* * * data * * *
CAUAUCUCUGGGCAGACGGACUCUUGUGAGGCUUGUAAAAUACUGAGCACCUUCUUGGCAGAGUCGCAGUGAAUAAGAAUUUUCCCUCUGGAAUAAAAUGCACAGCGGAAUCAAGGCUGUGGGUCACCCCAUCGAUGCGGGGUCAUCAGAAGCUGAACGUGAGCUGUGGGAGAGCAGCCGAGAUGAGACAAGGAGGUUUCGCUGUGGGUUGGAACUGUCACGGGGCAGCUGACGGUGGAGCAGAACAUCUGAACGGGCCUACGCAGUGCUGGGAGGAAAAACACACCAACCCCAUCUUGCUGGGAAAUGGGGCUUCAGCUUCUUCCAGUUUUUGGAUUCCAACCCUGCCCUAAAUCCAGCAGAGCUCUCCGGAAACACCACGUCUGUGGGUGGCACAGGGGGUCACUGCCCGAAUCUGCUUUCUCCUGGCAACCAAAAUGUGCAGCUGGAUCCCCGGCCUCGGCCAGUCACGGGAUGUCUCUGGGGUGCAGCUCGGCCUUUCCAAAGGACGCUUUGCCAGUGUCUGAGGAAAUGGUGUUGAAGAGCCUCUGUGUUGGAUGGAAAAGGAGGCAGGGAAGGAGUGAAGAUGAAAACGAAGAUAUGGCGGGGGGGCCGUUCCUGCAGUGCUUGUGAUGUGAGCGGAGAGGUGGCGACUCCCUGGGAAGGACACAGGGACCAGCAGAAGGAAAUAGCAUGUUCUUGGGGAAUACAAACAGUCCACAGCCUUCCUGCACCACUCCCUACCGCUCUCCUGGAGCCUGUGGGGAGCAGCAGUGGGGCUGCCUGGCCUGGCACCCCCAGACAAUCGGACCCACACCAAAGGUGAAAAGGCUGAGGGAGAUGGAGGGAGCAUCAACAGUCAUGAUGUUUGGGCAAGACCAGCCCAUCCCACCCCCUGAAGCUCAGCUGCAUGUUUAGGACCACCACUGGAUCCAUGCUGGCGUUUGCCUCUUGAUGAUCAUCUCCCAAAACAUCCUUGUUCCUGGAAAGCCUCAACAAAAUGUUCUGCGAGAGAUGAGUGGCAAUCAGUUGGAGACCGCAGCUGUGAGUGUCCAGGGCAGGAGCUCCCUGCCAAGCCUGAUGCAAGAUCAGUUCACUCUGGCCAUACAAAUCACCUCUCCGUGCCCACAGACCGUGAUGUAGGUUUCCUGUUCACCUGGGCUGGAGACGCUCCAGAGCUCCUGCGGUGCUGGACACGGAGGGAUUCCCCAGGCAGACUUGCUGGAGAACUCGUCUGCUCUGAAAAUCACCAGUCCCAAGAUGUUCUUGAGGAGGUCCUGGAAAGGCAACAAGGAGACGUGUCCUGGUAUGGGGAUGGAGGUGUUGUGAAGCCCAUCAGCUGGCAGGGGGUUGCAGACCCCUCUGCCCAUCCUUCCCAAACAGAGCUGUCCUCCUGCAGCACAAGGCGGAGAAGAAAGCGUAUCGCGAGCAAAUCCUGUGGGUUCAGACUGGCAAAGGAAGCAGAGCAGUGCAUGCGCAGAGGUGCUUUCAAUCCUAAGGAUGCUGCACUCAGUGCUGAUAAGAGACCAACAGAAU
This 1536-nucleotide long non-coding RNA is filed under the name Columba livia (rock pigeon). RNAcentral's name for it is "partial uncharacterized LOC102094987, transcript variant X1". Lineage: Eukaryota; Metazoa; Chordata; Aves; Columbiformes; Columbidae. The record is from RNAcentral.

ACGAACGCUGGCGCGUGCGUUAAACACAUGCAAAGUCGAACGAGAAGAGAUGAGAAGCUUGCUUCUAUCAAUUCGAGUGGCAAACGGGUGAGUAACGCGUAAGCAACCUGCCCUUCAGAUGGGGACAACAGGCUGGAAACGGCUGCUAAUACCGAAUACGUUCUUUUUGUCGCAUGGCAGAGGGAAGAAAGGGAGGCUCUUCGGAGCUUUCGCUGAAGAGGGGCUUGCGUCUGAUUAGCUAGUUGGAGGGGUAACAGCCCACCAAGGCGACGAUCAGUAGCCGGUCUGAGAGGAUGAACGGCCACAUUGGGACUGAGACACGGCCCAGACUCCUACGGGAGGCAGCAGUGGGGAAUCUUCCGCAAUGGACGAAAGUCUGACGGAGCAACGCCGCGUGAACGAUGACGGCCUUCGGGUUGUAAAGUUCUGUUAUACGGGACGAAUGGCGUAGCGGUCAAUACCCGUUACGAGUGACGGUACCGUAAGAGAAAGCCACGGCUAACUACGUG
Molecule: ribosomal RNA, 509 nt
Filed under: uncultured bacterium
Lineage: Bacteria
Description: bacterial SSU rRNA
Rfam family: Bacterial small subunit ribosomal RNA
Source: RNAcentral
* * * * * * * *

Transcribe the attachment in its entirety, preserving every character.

CAUAUCUCUGGGCAGACGGACUCUUGUGAGGCUUGUAAAAUACUGAGCACCUUCUUGGCAGAGUCGCAGUGAAUAAGAAUUUUCCCUCUGGAAUAAAAUGCACAGCGGAAUCAAGGCUGUGGGUCACCCCAUCGAUGCGGGGUCAUCAGAAGCUGAACGUGAGCUGUGGGAGAGCAGCCGAGAUGAGACAAGGAGGUUUCGCUGUGGGUUGGAACUGUCACGGGGCAGCUGACGGUGGAGCAGAACAUCUGAACGGGCCUACGCAGUGCUGGGAGGAAAAACACACCAACCCCAUCUUGCUGGGAAAUGGGGCUUCAGCUUCUUCCAGUUUUUGGAUUCCAACCCUGCCCUAAAUCCAGCAGAGCUCUCCGGAAACACCACGUCUGUGGGUGGCACAGGGGGUCACUGCCCGAAUCUGCUUUCUCCUGGCAACCAAAAUGUGCAGCUGGAUCCCCGGCCUCGGCCAGUCACGGGAUGUCUCUGGGGUGCAGCUCGGCCUUUCCAAAGGACGCUUUGCCAGUGUCUGAGGAAAUGGUGUUGAAGAGCCUCUGUGUUGGAUGGAAAAGGAGGCAGGGAAGGAGUGAAGAUGAAAACGAAGAUAUGGCGGGGGGGCCGUUCCUGCAGUGCUUGUGAUGUGAGCGGAGAGGUGGCGACUCCCUGGGAAGGACACAGGGACCAGCAGAAGGAAAUAGCAUGUUCUUGGGGAAUACAAACAGUCCACAGCCUUCCUGCACCACUCCCUACCGCUCUCCUGGAGCCUGUGGGGAGCAGCAGUGGGGCUGCCUGGCCUGGCACCCCCAGACAAUCGGACCCACACCAAAGGUGAAAAGGCUGAGGGAGAUGGAGGGAGCAUCAACAGUCAUGAUGUUUGGGCAAGACCAGCCCAUCCCACCCCCUGAAGCUCAGCUGCAUGUUUAGGACCACCACUGGAUCCAUGCUGGCGUUUGCCUCUUGAUGAUCAUCUCCCAAAACAUCCUUGUUCCUGGAAAGCCUCAACAAAAUGUUCUGCGAGAGAUGAGUGGCAAUCAGUUGGAGACCGCAGCUGUGAGUGUCCAGGGCAGGAGCUCCCUGCCAAGCCUGAUGCAAGAUCAGUUCACUCUGGCCAUACAAAUCACCUCUCCGUGCCCACAGACCGUGAUGUAGGUUUCCUGUUCACCUGGGCUGGAGACGCUCCAGAGCUCCUGCGGUGCUGGACACGGAGGGAUUCCCCAGGCAGACUUGCUGGAGAACUCGUCUGCUCUGAAAAUCACCAGUCCCAAGAUGUUCUUGAGGAGGUCCUGGAAAGGCAACAAGGAGACGUGUCCUGGUAUGGGGAUGGAGGUGUUGUGAAGCCCAUCAGCUGGCAGGGGGUUGCAGACCCCUCUGCCCAUCCUUCCCAAACAGAGCUGUCCUCCUGCAGCACAAGGCGGAGAAGAAAGCGUAUCGCGAGCAAAUCCUGUGGGUUCAGACUGGCAAAGGAAGCAGAGCAGUGCAUGCGCAGAGGUGCUUUCAAUCCUAAGGAUGCUGCACUCAGUGCUGAUAAGAGACCAACAGAAU
This 1536-nucleotide long non-coding RNA is filed under the name Columba livia (rock pigeon). RNAcentral's name for it is "partial uncharacterized LOC102094987, transcript variant X1". Lineage: Eukaryota; Metazoa; Chordata; Aves; Columbiformes; Columbidae. The record is from RNAcentral.

ACGAACGCUGGCGCGUGCGUUAAACACAUGCAAAGUCGAACGAGAAGAGAUGAGAAGCUUGCUUCUAUCAAUUCGAGUGGCAAACGGGUGAGUAACGCGUAAGCAACCUGCCCUUCAGAUGGGGACAACAGGCUGGAAACGGCUGCUAAUACCGAAUACGUUCUUUUUGUCGCAUGGCAGAGGGAAGAAAGGGAGGCUCUUCGGAGCUUUCGCUGAAGAGGGGCUUGCGUCUGAUUAGCUAGUUGGAGGGGUAACAGCCCACCAAGGCGACGAUCAGUAGCCGGUCUGAGAGGAUGAACGGCCACAUUGGGACUGAGACACGGCCCAGACUCCUACGGGAGGCAGCAGUGGGGAAUCUUCCGCAAUGGACGAAAGUCUGACGGAGCAACGCCGCGUGAACGAUGACGGCCUUCGGGUUGUAAAGUUCUGUUAUACGGGACGAAUGGCGUAGCGGUCAAUACCCGUUACGAGUGACGGUACCGUAAGAGAAAGCCACGGCUAACUACGUG
Molecule: ribosomal RNA, 509 nt
Filed under: uncultured bacterium
Lineage: Bacteria
Description: bacterial SSU rRNA
Rfam family: Bacterial small subunit ribosomal RNA
Source: RNAcentral